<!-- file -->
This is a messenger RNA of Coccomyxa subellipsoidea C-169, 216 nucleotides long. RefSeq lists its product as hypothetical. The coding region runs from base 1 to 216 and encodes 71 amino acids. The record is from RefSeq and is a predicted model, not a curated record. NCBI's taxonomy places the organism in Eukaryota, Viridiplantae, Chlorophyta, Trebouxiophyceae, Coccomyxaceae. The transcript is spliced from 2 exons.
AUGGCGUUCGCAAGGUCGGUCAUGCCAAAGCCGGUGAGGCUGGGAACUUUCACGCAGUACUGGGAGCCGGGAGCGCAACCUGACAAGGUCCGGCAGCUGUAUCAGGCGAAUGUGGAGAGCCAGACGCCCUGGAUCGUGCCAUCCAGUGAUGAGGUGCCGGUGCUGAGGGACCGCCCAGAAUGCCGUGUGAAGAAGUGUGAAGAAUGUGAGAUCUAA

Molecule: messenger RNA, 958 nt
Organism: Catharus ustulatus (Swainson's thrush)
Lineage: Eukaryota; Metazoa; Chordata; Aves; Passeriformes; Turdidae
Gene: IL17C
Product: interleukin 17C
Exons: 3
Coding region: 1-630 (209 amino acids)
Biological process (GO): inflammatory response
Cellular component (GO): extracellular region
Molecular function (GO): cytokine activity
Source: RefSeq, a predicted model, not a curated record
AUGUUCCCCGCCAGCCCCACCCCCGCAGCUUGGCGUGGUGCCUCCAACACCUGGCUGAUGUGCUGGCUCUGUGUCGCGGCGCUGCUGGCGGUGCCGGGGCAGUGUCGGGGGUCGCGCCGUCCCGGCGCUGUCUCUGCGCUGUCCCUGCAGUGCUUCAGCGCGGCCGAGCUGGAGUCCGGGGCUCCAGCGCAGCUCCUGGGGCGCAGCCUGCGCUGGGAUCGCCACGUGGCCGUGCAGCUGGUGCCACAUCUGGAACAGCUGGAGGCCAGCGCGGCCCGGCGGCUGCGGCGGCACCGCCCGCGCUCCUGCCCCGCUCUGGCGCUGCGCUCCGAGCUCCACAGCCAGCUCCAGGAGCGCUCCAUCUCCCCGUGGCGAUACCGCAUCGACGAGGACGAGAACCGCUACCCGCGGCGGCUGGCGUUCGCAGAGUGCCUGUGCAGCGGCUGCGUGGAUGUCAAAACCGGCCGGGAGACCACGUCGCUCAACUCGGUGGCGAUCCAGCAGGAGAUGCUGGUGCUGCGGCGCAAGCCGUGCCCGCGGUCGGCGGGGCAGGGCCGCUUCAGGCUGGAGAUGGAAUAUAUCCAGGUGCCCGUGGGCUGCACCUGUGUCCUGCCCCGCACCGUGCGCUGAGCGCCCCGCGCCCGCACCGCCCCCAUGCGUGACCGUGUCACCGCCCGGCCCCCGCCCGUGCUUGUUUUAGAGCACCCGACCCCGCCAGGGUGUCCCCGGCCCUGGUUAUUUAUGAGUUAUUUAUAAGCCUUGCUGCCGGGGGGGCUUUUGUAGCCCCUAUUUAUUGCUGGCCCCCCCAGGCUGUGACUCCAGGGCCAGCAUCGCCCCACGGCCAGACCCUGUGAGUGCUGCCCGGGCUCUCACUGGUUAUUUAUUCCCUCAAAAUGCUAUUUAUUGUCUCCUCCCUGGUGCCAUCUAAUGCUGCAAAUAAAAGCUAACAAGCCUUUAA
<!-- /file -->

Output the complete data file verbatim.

This is a messenger RNA of Coccomyxa subellipsoidea C-169, 216 nucleotides long. RefSeq lists its product as hypothetical. The coding region runs from base 1 to 216 and encodes 71 amino acids. The record is from RefSeq and is a predicted model, not a curated record. NCBI's taxonomy places the organism in Eukaryota, Viridiplantae, Chlorophyta, Trebouxiophyceae, Coccomyxaceae. The transcript is spliced from 2 exons.
AUGGCGUUCGCAAGGUCGGUCAUGCCAAAGCCGGUGAGGCUGGGAACUUUCACGCAGUACUGGGAGCCGGGAGCGCAACCUGACAAGGUCCGGCAGCUGUAUCAGGCGAAUGUGGAGAGCCAGACGCCCUGGAUCGUGCCAUCCAGUGAUGAGGUGCCGGUGCUGAGGGACCGCCCAGAAUGCCGUGUGAAGAAGUGUGAAGAAUGUGAGAUCUAA

Molecule: messenger RNA, 958 nt
Organism: Catharus ustulatus (Swainson's thrush)
Lineage: Eukaryota; Metazoa; Chordata; Aves; Passeriformes; Turdidae
Gene: IL17C
Product: interleukin 17C
Exons: 3
Coding region: 1-630 (209 amino acids)
Biological process (GO): inflammatory response
Cellular component (GO): extracellular region
Molecular function (GO): cytokine activity
Source: RefSeq, a predicted model, not a curated record
AUGUUCCCCGCCAGCCCCACCCCCGCAGCUUGGCGUGGUGCCUCCAACACCUGGCUGAUGUGCUGGCUCUGUGUCGCGGCGCUGCUGGCGGUGCCGGGGCAGUGUCGGGGGUCGCGCCGUCCCGGCGCUGUCUCUGCGCUGUCCCUGCAGUGCUUCAGCGCGGCCGAGCUGGAGUCCGGGGCUCCAGCGCAGCUCCUGGGGCGCAGCCUGCGCUGGGAUCGCCACGUGGCCGUGCAGCUGGUGCCACAUCUGGAACAGCUGGAGGCCAGCGCGGCCCGGCGGCUGCGGCGGCACCGCCCGCGCUCCUGCCCCGCUCUGGCGCUGCGCUCCGAGCUCCACAGCCAGCUCCAGGAGCGCUCCAUCUCCCCGUGGCGAUACCGCAUCGACGAGGACGAGAACCGCUACCCGCGGCGGCUGGCGUUCGCAGAGUGCCUGUGCAGCGGCUGCGUGGAUGUCAAAACCGGCCGGGAGACCACGUCGCUCAACUCGGUGGCGAUCCAGCAGGAGAUGCUGGUGCUGCGGCGCAAGCCGUGCCCGCGGUCGGCGGGGCAGGGCCGCUUCAGGCUGGAGAUGGAAUAUAUCCAGGUGCCCGUGGGCUGCACCUGUGUCCUGCCCCGCACCGUGCGCUGAGCGCCCCGCGCCCGCACCGCCCCCAUGCGUGACCGUGUCACCGCCCGGCCCCCGCCCGUGCUUGUUUUAGAGCACCCGACCCCGCCAGGGUGUCCCCGGCCCUGGUUAUUUAUGAGUUAUUUAUAAGCCUUGCUGCCGGGGGGGCUUUUGUAGCCCCUAUUUAUUGCUGGCCCCCCCAGGCUGUGACUCCAGGGCCAGCAUCGCCCCACGGCCAGACCCUGUGAGUGCUGCCCGGGCUCUCACUGGUUAUUUAUUCCCUCAAAAUGCUAUUUAUUGUCUCCUCCCUGGUGCCAUCUAAUGCUGCAAAUAAAAGCUAACAAGCCUUUAA